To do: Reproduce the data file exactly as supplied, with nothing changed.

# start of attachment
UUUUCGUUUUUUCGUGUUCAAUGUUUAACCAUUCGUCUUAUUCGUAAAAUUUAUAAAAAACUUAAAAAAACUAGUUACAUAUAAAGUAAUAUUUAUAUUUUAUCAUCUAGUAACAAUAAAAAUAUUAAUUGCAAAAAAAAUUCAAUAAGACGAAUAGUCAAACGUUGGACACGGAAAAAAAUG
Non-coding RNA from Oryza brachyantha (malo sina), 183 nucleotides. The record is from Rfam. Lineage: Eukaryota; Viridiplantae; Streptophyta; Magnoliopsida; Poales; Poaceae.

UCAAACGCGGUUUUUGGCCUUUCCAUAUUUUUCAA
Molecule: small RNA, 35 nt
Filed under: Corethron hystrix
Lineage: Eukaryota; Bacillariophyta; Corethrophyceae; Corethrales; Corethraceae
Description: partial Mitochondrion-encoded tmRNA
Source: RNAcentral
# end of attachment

UUUUCGUUUUUUCGUGUUCAAUGUUUAACCAUUCGUCUUAUUCGUAAAAUUUAUAAAAAACUUAAAAAAACUAGUUACAUAUAAAGUAAUAUUUAUAUUUUAUCAUCUAGUAACAAUAAAAAUAUUAAUUGCAAAAAAAAUUCAAUAAGACGAAUAGUCAAACGUUGGACACGGAAAAAAAUG
Non-coding RNA from Oryza brachyantha (malo sina), 183 nucleotides. The record is from Rfam. Lineage: Eukaryota; Viridiplantae; Streptophyta; Magnoliopsida; Poales; Poaceae.

UCAAACGCGGUUUUUGGCCUUUCCAUAUUUUUCAA
Molecule: small RNA, 35 nt
Filed under: Corethron hystrix
Lineage: Eukaryota; Bacillariophyta; Corethrophyceae; Corethrales; Corethraceae
Description: partial Mitochondrion-encoded tmRNA
Source: RNAcentral